Tuesday, January 11, 2011

The World in 2050–PwC Jan 2011 update

PricewaterhouseCoopers (PwC) has published an updated version of its earlier projections of the world economy and has ranked countries based on the size of their economy. The new update takes into account the economic shift that has occurred after the global financial crisis, which has further accelerated the shift in global economic power to the emerging economies. It compares between the seven fastest emerging economies (E7)-- China, India, Brazil, Russia, Indonesia, Mexico and Turkey-- and the G8 economies.

Measured by GDP in purchasing power parity (PPP) terms, which adjusts for price level differences across countries, the largest E7 emerging economies seem likely to be bigger than the current G7 economies by 2020, and China seems likely to have overtaken the US by that date. India could also overtake the US by 2050 on this PPP basis. GDP at PPPs is a better indicator of average living standards or volumes of outputs or inputs, because it corrects for price differences across countries at different levels of development.

The World in 2050 -- GDP at PPPs Rankings
PPP 2009 Rank Country GDP at PPP(constant 2009 US$bn) PPP 2050 Rank Country  Projected GDP at PPP(constant 2009 US$bn)
1 US 14256 1 China 59475
2 China 8888 2 India 43180
3 Japan 4138 3 US 37876
4 India 3752 4 Brazil 9762
5 Germany 2984 5 Japan 7664
6 Russia 2687 6 Russia 7559
7 UK 2257 7 Mexico 6682
8 France 2172 8 Indonesia 6205
9 Brazil 2020 9 Germany 5707
10 Italy 1922 10 UK 5628
11 Mexico 1540 11 France 5344
12 Spain 1496 12 Turkey 5298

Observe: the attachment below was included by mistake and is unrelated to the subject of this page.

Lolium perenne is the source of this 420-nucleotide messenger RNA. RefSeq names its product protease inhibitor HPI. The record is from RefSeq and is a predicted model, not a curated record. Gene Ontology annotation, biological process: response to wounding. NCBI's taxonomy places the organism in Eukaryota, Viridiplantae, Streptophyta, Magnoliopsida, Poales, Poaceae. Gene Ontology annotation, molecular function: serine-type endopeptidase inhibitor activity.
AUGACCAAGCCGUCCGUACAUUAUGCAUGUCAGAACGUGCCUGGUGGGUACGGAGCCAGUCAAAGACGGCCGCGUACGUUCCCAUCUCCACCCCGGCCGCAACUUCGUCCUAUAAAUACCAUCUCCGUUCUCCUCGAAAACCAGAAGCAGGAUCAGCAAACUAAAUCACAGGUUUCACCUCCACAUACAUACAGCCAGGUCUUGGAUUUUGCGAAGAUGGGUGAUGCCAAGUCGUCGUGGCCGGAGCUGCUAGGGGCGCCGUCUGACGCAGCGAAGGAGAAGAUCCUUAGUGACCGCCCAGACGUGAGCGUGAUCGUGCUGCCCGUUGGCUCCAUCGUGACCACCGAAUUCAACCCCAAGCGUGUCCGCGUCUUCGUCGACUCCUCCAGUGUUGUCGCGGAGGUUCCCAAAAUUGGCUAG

13 South Korea 1324 13 Nigeria 4530
14 Canada 1280 14 Vietnam 3939
15 Turkey 1040 15 Italy 3798
16 Indonesia 967 16 Canada 3322
17 Australia 858 17 South Korea 3258
18 Saudi Arabia 595 18 Spain 3195
19 Argentina 586 19 Saudi Arabia 3039
20 South Africa 508 20 Argentina 2549

However, John Hawksworth and Anmol Tiwari, the authors of the report, also rank countries based on  GDP at market exchange rates (MERs), which does not correct for price differences across economies but may be more relevant for practical business purposes. Ranking with MERs show that the E7 overtaking process is slower but equally inexorable. The Chinese economy would still be likely to be larger than that of the US before 2035 and the E7 would overtake the G7 before 2040. India would be clearly the third largest economy in the world by 2050, well ahead of Japan and not too far behind the US on this MER basis. In 2009, India’s share of world GDP at MERs was just 2%. By 2050, this share could grow to around 13%. MERs factor in the likely rise in real market exchange rates in emerging economies towards their PPP rates. This could occur either through relatively higher domestic price inflation in these emerging economies, or through nominal exchange rate appreciation, or (most likely) some combination of both of these effects.

The World in 2050 -- GDP at MER Rankings
PPP 2009 Rank Country GDP at MER(constant 2009 US$bn) PPP 2050 Rank Country  Projected GDP at MER (constant 2009 US$bn)
1 US 14256 1 China 51180
2 Japan 5068 2 US 37876
3 China 4909 3 India 31313
4 Germany 3347 4 Brazil 9235
5 France 2649 5 Japan 7664
6 UK 2175 6 Russia 6112
7 Italy 2113 7 Mexico 5800
8 Brazil 1572 8 Germany 5707
9 Spain 1460 9 UK 5628
10 Canada 1336 10 Indonesia 5358
11 India 1296 11 France 5344
12 Russia 1231 12 Turkey 4659
13 Australia 925 13 Italy 3798
14 Mexico 875 14 Nigeria 3795
15 South Korea 833 15 Canada 3322
16 Turkey 617 16 Spain 3195
17 Indonesia 540 17 South Korea 2914
18 Saudi Arabia 369 18 Vietnam 2892
19 Argentina 309 19 Saudi Arabia 2708
20 South Africa 286 20 Australia 2486

This well could be a return to the historical norm:

In many ways this renewed dominance of China and India, with their much larger populations, is a return to the historical norm prior to the Industrial Revolution of the late 18th and 19th centuries that caused a shift in global economic power to Western Europe and the US – this temporary shift in power is now going into reverse. This changing world order poses both challenges and opportunities for businesses in the current advanced economies. On the one hand, competition from emerging market multinationals will increase steadily over time and the latter will move up the value chain in manufacturing and some services (including financial services given the weakness of the Western banking system after the crisis).